Antonio Enfedaque, a 61 year old Spanish farmer located in northeast Spain, has a total of 3,000 sheep on his farm.

Together with his two sons, Ángel and Antonio, Enfedaque is producing lamb that is called Ternasco de Aragón, classed as a protected geographical indication (PGI) that was created in 1999 for the promotion and marketing of lamb meat from native breeds of Aragon.

This native breed of sheep on the farm is Rasa Aragonesa, which is known for its short wool and its ability to stand low temperatures.

The farm had an annual turnover of €250,000 in 2022, and while the expected turnover in 2023 is not yet known, it is forecasted to be higher as a result of the price increase of lamb meat.

Enfedaque can sustain his farming practices through the support of a co-operative that he is a member of, called Oviaragon- Grupo Pastores Cooperative, that promotes and sells this premium product.

Diego Franco, marketing manager at Oviaragón and farm owner, Antonio Enfedaque

The Pastores Grupo Cooperativo consists of 800 shepherds in 400 villages that farm sheep on a total of 1,000,000ha, which contributes to the development of the Aragón region, as the organisation maintains it helps to sustain the population in this rural area.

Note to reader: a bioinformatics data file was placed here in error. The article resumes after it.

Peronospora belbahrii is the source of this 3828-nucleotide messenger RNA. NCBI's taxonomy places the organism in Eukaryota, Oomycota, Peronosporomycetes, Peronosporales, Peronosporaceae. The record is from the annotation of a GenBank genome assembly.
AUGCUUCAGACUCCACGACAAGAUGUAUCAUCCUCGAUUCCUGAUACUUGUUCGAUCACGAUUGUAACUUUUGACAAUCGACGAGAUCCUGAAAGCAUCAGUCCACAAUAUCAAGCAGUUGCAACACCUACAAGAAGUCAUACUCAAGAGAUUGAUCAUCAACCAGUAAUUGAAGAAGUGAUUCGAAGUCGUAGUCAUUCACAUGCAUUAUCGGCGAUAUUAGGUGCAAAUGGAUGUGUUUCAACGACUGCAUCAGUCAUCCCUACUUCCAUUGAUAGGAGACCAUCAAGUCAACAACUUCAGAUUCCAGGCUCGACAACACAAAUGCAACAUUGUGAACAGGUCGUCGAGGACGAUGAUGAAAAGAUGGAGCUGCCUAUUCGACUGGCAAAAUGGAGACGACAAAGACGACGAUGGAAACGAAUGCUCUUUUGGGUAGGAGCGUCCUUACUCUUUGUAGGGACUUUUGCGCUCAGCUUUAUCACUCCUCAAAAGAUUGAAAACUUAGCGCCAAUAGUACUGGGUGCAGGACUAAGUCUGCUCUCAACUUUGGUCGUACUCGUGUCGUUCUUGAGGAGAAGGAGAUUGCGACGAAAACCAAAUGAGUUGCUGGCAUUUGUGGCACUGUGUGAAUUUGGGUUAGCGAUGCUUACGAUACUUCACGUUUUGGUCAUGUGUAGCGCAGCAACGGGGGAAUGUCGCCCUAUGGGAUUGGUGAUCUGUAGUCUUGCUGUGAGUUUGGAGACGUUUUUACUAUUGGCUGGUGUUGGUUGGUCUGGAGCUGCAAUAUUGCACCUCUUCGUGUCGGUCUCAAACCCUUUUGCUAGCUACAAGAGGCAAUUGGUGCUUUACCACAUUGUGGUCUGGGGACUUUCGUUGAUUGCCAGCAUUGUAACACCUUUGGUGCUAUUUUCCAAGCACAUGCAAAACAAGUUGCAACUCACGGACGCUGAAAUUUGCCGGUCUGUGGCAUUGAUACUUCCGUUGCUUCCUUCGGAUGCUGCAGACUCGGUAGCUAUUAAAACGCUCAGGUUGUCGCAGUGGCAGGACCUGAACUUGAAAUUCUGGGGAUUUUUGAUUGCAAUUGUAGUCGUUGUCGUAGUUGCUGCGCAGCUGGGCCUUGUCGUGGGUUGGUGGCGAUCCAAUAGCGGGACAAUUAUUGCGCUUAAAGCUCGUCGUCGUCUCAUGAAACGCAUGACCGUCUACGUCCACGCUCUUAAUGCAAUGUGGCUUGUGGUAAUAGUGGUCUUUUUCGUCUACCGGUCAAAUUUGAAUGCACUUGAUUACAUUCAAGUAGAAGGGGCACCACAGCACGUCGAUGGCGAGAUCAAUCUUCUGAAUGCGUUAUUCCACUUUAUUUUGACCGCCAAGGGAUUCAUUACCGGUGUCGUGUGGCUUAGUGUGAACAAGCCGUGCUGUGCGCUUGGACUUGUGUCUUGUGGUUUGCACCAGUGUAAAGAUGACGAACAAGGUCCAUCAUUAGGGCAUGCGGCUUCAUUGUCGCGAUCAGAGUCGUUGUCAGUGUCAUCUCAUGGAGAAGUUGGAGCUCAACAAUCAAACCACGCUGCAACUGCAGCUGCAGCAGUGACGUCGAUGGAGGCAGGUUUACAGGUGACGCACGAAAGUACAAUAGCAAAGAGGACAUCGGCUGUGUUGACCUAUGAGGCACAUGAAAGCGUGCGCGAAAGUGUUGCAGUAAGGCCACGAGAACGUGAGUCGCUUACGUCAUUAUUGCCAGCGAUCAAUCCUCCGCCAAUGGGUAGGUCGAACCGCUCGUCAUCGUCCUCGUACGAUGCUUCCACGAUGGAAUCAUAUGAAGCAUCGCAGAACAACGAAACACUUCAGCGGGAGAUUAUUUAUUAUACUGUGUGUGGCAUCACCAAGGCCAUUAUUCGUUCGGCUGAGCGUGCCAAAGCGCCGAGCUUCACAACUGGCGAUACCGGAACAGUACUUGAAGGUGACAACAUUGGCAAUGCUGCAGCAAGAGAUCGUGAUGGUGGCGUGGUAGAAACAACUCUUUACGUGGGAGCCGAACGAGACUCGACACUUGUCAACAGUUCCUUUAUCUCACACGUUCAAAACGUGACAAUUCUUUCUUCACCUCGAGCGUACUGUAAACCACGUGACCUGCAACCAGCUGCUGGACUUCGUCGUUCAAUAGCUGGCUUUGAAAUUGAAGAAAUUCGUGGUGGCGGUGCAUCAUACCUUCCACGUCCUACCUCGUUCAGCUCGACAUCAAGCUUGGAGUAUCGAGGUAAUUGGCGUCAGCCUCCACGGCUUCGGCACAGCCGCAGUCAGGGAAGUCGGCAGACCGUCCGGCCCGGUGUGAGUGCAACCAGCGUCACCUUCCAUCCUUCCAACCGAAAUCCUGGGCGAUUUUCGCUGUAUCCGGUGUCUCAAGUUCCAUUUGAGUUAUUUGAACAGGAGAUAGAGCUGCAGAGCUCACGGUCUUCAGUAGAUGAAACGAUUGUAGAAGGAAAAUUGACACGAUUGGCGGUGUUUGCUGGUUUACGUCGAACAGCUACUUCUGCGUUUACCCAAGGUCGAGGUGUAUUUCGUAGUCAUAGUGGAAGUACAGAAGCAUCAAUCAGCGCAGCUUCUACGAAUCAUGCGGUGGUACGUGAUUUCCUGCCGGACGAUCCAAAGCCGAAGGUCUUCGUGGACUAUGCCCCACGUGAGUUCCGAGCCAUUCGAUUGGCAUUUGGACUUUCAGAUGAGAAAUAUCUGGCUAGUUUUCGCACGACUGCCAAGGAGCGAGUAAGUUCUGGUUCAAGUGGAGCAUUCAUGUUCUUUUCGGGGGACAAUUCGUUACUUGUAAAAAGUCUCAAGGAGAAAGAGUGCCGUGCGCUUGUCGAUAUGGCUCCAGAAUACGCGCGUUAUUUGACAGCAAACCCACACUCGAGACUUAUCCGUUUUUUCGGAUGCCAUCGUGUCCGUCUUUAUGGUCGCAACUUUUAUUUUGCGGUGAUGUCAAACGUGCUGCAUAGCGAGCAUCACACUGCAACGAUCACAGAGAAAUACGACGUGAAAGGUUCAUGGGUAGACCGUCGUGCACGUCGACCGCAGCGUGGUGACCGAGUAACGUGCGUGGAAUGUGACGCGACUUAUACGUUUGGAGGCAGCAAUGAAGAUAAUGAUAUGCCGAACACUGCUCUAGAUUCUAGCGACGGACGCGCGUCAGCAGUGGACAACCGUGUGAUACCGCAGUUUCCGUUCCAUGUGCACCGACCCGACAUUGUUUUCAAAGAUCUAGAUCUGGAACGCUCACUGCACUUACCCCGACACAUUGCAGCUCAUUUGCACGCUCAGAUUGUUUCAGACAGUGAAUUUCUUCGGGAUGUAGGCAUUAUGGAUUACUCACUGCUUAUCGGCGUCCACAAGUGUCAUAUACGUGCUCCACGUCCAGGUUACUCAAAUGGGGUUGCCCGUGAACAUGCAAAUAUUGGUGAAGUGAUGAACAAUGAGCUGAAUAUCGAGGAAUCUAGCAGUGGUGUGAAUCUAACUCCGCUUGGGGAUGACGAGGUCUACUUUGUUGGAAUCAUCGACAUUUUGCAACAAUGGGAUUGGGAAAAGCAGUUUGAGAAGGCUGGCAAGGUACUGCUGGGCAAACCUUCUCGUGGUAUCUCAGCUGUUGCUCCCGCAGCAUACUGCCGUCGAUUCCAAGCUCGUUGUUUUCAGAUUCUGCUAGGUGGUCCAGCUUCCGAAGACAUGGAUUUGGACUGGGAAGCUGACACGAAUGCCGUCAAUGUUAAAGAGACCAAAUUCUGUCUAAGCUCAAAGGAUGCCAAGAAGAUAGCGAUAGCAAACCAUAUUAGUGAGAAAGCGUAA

While Spain produces over a quarter of the sheepmeat in the EU, the Aragón region is responsible for almost 10% of the product in Spain.

The Pastores Grupo Cooperativo will not allow members that have fewer than 100 sheep, as Ángel Tarancón, the director general of the organisation said they are not sustainable.

The cooperative is responsible for many stages of lamb production from farm to table, from providing vets to assist farmers, maintaining fattening centres for lambs and producing feed mixes for ewes and lambs.

Ternasco de Aragón is produced from the meat of young lambs that are selected for slaughter when they are just under three months of age, and that have been reared on their mothers milk for 40 days.

The meat itself is known for being tender and with a balanced flavour.

There are 1,000 sheep here grazing on a field of alfalfa

Enfedaque had over a thousand of his sheep grazing on alfalfa, a forage crop also called lucerne, the growing of which is possible through the irrigation system in place in the area.

The pastures that Enfedaque uses for his sheep to graze on are not owned by him, but are owned by the local municipality who manage their use.

Each flock of sheep that he has grazing are managed by a shepherd, and the sheep and shepherd are outside in the field for 12 months of the year.

Enfedaque has invested heavily in the farm, in particular the addition of a new shed with automation for animals feeding (pictured above), which was financed by his own funds and a bank loan.

It is a sector however that it is hard to find workers for, as Enfedaque said they are expected to work 12 hours a day for 365 days of the year.

He said if the workers are young people that are single, or if they are with someone interested in sheep, they will continue working there.

However, Enfedaque said if they are with someone who is not interested in sheep, the relationship is “over”.